BERLIN (Reuters) - Germany’s current account surplus is likely to have hit a new record of $285 billion (£189.31 billion) in 2014, beating China once more, its Ifo think-tank said on Monday in a report which may fuel criticism that Europe’s biggest economy is not playing its part to reduce global imbalances.
Ifo, which expects another big German surplus in 2015, said China was second with a current account surplus of about $150 billion, followed by Saudi Arabia with about $100 billion.
Ifo said the German surplus was equivalent to 7.5 percent of gross domestic product (GDP), meaning it would once again breach the European Commission’s recommended upper threshold of 6 percent.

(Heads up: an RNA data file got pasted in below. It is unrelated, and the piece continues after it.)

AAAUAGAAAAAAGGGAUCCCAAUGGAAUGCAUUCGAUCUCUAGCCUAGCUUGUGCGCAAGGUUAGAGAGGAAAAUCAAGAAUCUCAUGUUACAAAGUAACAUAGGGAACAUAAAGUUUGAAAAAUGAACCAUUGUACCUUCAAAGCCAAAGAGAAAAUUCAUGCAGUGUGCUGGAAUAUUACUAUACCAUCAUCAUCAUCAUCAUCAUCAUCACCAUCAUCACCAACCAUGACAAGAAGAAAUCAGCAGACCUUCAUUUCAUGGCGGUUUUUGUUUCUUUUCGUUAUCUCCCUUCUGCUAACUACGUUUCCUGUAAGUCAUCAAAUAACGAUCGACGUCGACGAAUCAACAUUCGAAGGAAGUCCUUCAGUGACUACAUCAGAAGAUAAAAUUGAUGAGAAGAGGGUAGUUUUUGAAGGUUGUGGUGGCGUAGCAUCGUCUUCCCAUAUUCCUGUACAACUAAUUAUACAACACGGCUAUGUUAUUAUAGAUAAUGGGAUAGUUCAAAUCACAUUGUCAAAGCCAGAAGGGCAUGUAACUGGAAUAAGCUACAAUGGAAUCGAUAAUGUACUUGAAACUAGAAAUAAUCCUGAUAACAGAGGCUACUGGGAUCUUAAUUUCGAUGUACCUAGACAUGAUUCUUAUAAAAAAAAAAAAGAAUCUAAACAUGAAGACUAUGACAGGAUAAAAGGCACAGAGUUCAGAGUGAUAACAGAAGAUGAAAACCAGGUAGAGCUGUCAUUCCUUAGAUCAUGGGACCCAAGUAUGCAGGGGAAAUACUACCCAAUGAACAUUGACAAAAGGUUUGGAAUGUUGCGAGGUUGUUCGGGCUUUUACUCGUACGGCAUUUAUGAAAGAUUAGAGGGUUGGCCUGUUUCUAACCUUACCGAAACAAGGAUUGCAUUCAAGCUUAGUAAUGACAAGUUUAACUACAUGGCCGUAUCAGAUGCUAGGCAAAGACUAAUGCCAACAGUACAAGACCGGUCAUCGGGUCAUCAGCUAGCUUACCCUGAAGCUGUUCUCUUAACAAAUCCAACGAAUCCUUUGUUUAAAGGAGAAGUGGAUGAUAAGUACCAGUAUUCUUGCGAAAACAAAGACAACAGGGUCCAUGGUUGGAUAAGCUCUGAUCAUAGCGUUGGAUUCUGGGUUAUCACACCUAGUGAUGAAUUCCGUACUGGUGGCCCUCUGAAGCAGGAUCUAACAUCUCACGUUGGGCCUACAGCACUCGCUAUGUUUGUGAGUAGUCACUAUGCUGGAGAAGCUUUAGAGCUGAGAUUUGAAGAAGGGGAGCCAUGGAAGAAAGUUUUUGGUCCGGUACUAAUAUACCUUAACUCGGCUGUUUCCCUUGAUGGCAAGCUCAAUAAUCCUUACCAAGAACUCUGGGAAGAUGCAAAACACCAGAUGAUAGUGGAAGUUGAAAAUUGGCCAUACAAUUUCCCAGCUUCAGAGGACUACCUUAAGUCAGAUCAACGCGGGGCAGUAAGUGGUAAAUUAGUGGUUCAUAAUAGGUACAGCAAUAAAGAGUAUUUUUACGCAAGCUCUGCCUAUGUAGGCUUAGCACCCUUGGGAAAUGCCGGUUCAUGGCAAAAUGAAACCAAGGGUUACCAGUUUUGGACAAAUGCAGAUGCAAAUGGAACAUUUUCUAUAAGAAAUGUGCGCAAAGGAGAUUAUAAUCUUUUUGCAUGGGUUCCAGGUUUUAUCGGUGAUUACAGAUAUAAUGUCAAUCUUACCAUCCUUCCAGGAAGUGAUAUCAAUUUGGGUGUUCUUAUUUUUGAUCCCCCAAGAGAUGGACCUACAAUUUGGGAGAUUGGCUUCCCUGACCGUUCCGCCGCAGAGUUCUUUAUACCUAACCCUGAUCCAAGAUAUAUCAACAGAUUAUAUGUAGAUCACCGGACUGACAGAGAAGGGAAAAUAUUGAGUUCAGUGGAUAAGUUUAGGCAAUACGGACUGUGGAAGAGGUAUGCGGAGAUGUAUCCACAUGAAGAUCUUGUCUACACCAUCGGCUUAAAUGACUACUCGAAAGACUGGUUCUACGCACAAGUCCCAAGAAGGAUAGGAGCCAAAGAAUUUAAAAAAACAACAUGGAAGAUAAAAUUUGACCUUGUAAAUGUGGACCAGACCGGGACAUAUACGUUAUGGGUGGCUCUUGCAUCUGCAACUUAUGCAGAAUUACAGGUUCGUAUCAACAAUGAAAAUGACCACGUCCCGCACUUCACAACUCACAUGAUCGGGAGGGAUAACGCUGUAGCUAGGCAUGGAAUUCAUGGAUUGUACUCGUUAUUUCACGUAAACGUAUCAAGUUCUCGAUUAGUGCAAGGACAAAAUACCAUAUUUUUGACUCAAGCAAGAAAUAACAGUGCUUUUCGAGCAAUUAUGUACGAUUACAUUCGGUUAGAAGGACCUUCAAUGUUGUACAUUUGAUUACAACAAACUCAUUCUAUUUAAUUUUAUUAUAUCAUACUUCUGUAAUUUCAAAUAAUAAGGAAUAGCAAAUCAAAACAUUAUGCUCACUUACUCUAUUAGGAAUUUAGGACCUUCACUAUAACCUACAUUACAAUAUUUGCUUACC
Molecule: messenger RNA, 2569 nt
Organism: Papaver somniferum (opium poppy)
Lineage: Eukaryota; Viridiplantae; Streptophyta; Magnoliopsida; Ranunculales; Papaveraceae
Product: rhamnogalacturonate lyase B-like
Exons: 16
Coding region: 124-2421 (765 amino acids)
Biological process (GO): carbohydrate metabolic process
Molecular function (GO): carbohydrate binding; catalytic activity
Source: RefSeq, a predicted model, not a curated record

“One reason for the current account surplus is good growth in important markets like the United States and Britain,” Ifo expert Steffen Henzel told Reuters. “On top of that, Germany had to pay much less for oil imports towards the end of the year because of the falling price.”
Exports, which are getting a further boost from the weakness of the euro, are traditionally the motor of Germany’s economy.
The European Commission and Washington have urged Berlin to boost domestic demand and imports to help reduce global economic imbalances and fuel global growth, including in the euro zone.
Germany argues that it has more than halved its current account surplus with the euro zone as a share of GDP since 2007 and that it is relying more on domestic demand than exports to drive growth at the moment.
Reporting by Rene Wagner; Writing by Stephen Brown; Editing by Mark Trevelyan